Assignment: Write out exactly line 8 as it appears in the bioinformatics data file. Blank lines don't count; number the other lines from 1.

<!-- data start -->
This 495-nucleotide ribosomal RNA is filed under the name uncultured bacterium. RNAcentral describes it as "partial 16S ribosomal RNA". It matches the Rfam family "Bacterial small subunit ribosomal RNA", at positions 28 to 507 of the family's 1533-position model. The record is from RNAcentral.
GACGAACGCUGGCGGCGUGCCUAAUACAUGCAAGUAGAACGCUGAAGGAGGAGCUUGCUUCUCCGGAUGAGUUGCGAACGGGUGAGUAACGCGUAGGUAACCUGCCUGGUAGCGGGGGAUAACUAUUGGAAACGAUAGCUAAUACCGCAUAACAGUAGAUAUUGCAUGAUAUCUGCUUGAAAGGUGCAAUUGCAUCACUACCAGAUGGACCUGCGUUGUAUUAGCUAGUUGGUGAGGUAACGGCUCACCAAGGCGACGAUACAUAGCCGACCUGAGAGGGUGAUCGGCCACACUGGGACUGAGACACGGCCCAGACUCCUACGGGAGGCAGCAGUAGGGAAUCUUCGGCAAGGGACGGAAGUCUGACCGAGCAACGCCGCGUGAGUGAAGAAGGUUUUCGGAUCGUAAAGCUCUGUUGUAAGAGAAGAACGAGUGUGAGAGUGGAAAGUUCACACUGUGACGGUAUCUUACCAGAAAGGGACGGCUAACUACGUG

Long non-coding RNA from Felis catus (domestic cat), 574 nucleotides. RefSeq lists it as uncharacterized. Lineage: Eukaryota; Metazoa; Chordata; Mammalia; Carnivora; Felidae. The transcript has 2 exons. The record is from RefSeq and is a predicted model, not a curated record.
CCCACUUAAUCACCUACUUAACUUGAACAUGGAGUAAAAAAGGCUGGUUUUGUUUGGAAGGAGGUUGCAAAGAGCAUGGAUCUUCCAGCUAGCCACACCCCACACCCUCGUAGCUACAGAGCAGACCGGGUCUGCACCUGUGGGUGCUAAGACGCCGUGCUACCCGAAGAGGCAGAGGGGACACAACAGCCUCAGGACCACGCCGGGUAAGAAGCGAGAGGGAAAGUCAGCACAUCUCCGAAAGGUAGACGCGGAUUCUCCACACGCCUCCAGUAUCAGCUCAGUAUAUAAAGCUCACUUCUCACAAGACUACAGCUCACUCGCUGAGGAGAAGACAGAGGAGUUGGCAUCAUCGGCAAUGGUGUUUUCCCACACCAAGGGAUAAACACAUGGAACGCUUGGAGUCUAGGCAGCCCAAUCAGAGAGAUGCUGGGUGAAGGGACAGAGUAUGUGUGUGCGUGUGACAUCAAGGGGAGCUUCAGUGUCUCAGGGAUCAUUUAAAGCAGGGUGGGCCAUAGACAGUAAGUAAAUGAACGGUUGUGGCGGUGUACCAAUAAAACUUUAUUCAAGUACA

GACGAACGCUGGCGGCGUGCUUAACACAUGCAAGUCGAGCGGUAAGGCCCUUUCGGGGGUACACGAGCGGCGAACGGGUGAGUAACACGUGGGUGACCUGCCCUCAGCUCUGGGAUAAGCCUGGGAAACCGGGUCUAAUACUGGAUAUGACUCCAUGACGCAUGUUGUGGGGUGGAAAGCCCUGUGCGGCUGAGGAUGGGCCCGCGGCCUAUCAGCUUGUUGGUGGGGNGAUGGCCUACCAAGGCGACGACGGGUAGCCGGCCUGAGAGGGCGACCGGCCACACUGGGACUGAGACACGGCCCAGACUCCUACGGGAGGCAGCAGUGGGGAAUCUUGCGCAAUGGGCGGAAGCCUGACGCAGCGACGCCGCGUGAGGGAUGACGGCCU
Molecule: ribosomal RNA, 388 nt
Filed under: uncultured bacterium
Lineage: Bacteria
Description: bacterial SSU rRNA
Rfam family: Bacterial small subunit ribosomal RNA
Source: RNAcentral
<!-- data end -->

Lineage: Bacteria